Judgment: Lombard Directors - Imprisonment Not Warranted
Supreme Court of New Zealand
7 May 2014
MEDIA RELEASE – FOR IMMEDIATE PUBLICATION
DOUGLAS ARTHUR MONTROSE GRAHAM, MICHAEL HOWARD REEVES, WILLIAM PATRICK JEFFRIES AND LAWRENCE ROLAND VALPY BRYANT v THE QUEEN
 NZSC 55
This summary is provided to assist in the understanding of the Court’s judgment. It does not comprise part of the reasons for that judgment. The full judgment with reasons is the only authoritative document. The full text of the judgment and reasons can be found at www.courtsofnz.govt.nz.
The appellants were directors of Lombard Finance & Investments Ltd. Lombard was a finance company that raised money from the public pursuant to prospectuses which were registered under the Securities Act 1978. The appellants were found guilty on four counts laid under s 58 of the Securities Act, relating to untrue statements contained in a prospectus issued on 24 December 2007 and in advertisements distributed by Lombard.
The appellants were sentenced by Dobson J in the High Court to community work and, in the case of Sir Douglas Graham and Mr Lawrence Bryant, ordered to pay reparations of $100,000. The appellants appealed against their convictions and the Solicitor-General sought leave to appeal against the sentences which were imposed.
The Court of Appeal dismissed the conviction appeals but granted leave to the Solicitor-General to appeal against sentence. The Court of Appeal allowed the appeal and considered that a starting point of imprisonment should have been adopted in the case of each of the directors. Sentences of home detention were ultimately imposed on the appellants.
The Supreme Court granted leave to appeal against the sentences imposed in the Court of Appeal.
The key issue on appeal was whether the offending warranted sentences of imprisonment. It is only if sentences of imprisonment were otherwise appropriate that sentences of home detention could be imposed.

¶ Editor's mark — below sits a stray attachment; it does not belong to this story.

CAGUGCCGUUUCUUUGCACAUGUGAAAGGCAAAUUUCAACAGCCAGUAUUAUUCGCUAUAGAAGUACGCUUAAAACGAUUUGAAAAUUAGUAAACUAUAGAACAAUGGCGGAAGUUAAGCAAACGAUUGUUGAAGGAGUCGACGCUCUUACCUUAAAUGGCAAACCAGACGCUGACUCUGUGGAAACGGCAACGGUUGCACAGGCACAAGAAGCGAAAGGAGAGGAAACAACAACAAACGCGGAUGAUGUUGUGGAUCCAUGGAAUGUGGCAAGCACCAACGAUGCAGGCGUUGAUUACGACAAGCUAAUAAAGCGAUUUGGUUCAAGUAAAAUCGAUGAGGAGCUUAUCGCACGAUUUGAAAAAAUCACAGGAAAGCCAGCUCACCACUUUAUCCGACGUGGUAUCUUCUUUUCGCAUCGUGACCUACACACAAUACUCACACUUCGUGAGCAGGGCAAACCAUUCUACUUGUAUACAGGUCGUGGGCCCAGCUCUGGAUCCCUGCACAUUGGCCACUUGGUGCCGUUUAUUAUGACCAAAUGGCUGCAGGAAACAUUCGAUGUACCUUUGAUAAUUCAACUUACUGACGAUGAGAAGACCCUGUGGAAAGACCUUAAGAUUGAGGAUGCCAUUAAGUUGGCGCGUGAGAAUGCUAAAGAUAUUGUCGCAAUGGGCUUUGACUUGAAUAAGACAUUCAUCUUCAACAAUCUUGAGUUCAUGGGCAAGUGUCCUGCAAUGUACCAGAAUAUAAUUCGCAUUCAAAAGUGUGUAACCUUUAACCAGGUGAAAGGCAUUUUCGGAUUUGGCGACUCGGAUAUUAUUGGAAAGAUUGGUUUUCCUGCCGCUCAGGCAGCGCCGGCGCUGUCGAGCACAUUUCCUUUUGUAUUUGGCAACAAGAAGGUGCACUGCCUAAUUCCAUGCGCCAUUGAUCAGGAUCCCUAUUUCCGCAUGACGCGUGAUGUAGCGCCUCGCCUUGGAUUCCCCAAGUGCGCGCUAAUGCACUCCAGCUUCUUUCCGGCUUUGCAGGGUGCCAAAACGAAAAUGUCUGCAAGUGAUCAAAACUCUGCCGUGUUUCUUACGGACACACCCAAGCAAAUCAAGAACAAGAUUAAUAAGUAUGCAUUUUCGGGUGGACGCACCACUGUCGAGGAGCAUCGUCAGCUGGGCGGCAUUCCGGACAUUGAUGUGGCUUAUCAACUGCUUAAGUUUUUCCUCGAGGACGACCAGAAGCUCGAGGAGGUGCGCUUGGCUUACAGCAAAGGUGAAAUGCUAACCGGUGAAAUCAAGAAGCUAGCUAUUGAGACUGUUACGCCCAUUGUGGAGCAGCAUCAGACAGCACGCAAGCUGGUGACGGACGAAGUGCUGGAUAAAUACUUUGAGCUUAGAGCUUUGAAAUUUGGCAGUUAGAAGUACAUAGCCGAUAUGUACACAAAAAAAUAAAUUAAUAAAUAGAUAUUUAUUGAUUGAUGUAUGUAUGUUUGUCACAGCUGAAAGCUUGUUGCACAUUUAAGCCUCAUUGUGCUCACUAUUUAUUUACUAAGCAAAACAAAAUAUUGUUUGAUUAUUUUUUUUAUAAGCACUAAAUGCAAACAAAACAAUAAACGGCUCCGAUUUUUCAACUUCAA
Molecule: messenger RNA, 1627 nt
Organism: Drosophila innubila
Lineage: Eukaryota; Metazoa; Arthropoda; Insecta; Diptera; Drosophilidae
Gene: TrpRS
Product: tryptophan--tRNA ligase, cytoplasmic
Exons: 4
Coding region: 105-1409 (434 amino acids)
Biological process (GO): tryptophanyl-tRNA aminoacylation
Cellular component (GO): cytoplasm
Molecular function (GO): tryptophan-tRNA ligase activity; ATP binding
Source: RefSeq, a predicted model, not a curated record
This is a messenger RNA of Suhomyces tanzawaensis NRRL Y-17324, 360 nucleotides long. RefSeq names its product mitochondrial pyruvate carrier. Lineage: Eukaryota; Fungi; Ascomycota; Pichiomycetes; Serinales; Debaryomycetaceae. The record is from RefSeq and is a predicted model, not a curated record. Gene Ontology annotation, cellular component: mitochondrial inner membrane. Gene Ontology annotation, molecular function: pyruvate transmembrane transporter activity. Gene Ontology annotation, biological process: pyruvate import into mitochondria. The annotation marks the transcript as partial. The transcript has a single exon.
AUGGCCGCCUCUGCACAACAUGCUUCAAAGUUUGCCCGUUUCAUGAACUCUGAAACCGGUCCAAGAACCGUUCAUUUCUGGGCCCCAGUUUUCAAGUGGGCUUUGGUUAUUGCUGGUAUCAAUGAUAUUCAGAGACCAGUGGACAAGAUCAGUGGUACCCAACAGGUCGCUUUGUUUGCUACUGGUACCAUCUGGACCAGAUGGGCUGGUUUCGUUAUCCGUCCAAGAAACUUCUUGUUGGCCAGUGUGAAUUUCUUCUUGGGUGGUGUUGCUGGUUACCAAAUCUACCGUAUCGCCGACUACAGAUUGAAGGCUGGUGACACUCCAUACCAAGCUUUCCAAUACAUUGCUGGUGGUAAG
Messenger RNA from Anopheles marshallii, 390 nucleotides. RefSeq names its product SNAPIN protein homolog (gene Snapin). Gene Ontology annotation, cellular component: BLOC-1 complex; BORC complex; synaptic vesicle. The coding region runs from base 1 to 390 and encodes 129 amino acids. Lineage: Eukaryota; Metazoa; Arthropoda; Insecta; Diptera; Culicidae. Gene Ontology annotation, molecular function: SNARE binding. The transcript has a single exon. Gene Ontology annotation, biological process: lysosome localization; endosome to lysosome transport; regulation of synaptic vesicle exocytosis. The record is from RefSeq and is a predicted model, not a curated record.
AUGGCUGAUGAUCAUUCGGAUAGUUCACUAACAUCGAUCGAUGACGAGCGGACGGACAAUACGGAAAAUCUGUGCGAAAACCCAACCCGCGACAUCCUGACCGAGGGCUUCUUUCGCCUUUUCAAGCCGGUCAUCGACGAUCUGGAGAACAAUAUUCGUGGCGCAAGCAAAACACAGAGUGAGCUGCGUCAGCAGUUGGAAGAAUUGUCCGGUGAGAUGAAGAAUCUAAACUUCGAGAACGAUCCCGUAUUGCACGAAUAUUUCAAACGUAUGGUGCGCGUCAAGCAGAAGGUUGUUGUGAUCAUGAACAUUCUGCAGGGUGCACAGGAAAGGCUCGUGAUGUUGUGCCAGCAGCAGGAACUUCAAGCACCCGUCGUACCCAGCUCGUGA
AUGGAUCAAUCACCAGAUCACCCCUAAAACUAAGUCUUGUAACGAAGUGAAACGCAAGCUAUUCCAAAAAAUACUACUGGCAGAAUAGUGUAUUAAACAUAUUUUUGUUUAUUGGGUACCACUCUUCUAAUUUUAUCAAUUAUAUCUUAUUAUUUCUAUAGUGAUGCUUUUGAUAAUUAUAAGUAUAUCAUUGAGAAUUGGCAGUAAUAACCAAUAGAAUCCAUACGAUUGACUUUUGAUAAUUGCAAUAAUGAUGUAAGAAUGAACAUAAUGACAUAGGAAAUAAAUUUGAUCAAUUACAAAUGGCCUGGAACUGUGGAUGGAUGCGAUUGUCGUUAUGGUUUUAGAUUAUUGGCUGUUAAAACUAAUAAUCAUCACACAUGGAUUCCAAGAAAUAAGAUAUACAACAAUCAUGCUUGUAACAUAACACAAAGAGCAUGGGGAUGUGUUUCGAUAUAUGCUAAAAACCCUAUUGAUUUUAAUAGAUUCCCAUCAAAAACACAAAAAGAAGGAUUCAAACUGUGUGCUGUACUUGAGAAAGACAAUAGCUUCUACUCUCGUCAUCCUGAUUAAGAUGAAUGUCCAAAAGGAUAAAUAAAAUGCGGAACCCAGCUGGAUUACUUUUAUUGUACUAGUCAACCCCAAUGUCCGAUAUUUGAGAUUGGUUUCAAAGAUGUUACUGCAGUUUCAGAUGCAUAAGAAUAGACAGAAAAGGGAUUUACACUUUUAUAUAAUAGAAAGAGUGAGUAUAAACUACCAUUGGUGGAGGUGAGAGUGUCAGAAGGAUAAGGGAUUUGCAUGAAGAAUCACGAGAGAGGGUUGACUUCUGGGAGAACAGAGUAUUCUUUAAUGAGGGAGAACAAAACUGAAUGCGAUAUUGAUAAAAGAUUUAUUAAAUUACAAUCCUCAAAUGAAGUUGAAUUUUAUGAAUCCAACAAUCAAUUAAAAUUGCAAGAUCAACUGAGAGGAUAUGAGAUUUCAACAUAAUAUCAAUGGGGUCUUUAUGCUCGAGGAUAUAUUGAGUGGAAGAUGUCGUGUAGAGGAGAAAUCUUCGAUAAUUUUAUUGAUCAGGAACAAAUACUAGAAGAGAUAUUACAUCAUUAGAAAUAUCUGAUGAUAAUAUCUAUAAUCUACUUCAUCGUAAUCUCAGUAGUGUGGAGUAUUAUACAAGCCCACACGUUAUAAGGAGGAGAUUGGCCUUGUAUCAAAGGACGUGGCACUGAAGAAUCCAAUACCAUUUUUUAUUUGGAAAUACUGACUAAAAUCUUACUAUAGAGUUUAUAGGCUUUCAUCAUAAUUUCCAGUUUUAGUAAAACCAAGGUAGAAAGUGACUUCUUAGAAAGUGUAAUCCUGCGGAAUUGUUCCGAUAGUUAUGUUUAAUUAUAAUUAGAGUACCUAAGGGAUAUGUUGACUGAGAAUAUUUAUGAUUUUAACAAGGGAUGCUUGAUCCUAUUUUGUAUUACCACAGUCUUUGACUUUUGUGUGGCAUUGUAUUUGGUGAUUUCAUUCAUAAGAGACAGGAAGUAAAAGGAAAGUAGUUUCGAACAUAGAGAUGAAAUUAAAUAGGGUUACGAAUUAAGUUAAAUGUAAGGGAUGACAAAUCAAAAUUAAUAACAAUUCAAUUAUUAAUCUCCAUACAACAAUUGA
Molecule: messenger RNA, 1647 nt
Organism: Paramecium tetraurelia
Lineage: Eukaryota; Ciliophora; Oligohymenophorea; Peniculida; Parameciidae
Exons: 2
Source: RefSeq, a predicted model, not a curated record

The Supreme Court has concluded that the appellants’ conduct did not warrant sentences of imprisonment and has unanimously allowed the appeal.
The Supreme Court has held that the reasons given by the Court of Appeal did not warrant their conclusion that sentences of imprisonment were appropriate for the offending of the appellants. On the findings of fact made by Dobson J the appellants were honest men who took their responsibilities seriously but nonetheless, by reason of misjudgements made in circumstances of pressure, were responsible for the issuing of a prospectus which was untrue as to liquidity. These findings of fact were not disturbed by the Court of Appeal. On this basis, the sentencing purposes of accountability, denunciation and deterrence had limited application. The considerable losses suffered by investors were less than those in other comparable cases and the principle of consistency supports the approach taken by Dobson J.
Accordingly, the sentences imposed by the Court of Appeal are set aside and the sentences imposed by Dobson J are restored.